Here’s Why Obama Fumbled on the Economy Last Night

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Paul Waldman asks us to imagine what’s going to happen the next time there’s some kind of Islam-inspired terror attack on American soil:

The news media would amp up the fear to levels we haven’t seen in the last decade, encouraging everyone to look for sleeper cells lurking down at the Piggly Wiggly. Republicans would of course unite behind President Obama in our time of mourning—kidding! They’d go on TV to denounce him for being so weak that the evildoers struck us in our very heart, and proclaim not only that the blood of the victims is on the hands of every Democrat, but that more attacks are coming and we’re more vulnerable than we’ve ever been. Dick Cheney would emerge snarling from his subterranean lair to warn us that this is only the beginning and we really need to start bombing at least five or six more countries. Senator Lindsey Graham, who has already said about ISIL that “this president needs to rise to the occasion before we all get killed back here at home,” might just tear off his shirt and scream, “We’re all gonna die! We’re all gonna die!” right on Fox News Sunday.

Now bear with me a for a moment. Here’s a seemingly unrelated story about Sam Brownback’s effort to spur economic growth in Kansas by lowering taxes on the rich and cutting back on welfare:

As he runs for reelection, Brownback is finding that what he once called a “real live experiment” in red-state governance is struggling to produce the benefits he had promised….In an interview on his way to Dodge City — where he would sign legislation creating a “National Day of the Cowboy” — Brownback said he regretted referring to his plans as an experiment. But he defended his tenure, saying it represented a Ronald Reagan-style approach to governance that eventually would rebuild Kansas’s economy after a long slide.

“I wish I could take that back, because I don’t consider this an experiment,” he said. “So many people on the left really want this to fail. . . . This is a long-term strategy to make us more competitive.

Democrats and Republicans are both good at some things and bad at others. One of the things that Republicans are good at is making—and repeating over and over and over—firm predictions about the outcomes of their policy preferences. If you fail to wage eternal war in the Middle East, there will be a terrorist attack in the United States. If you lower taxes, the economy will improve. Etc.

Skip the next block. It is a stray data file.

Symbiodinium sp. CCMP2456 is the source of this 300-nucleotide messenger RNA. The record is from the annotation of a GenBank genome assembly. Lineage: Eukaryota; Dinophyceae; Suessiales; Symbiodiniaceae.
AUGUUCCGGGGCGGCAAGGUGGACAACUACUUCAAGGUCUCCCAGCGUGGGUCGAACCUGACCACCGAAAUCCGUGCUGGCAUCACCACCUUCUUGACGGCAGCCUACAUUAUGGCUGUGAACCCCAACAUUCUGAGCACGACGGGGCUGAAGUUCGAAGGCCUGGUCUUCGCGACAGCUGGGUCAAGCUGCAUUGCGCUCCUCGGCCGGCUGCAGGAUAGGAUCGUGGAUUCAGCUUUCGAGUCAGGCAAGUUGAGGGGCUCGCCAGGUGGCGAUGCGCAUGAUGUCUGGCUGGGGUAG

These are easy things to understand for voters. And guess what? Eventually there will be a terrorist attack. Eventually the economy will improve. So when those things happen, Republicans have a nice, simple story already planted in the public mind that allows them to take credit or place blame for it.

Democrats are not so good at this. President Obama fumbled last night on 60 Minutes when he tried to take credit for the improved state of the economy compared to when he took office. Partly, of course, this is because the economy is only in so-so shape. But it’s also because Democrats have no simple, pre-digested narrative. They never said—over and over and over—that if we passed a stimulus bill, the economy would improve. Or that if we rescued GM, the economy would improve. Or that if we raised taxes on the wealthy, the economy would improve. Instead, Democrats had sort of a dog’s breakfast of policy choices that they endorsed, but never made into a centerpiece of a claim about economic recovery. So now, when the economy is recovering, nobody really gives them any credit.

Now, this may be a more honest way of conducting our affairs. Most government policies really do have only a modest effect on economic growth. Likewise, most government policies have only a modest effect on the chances of someone eventually pulling off a terrorist attack. But honest or not, it means voters don’t associate Democrats with much of anything. They don’t give them credit for improving the economy, for example, or for preventing terrorist attacks. And honest or not, it’s political malpractice.

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We just wrapped up a shorter-than-normal, urgent-as-ever fundraising drive and we came up about $45,000 short of our $300,000 goal.

That means we're going to have upwards of $350,000, maybe more, to raise in online donations between now and June 30, when our fiscal year ends and we have to get to break-even. And even though there's zero cushion to miss the mark, we won't be all that in your face about our fundraising again until June.

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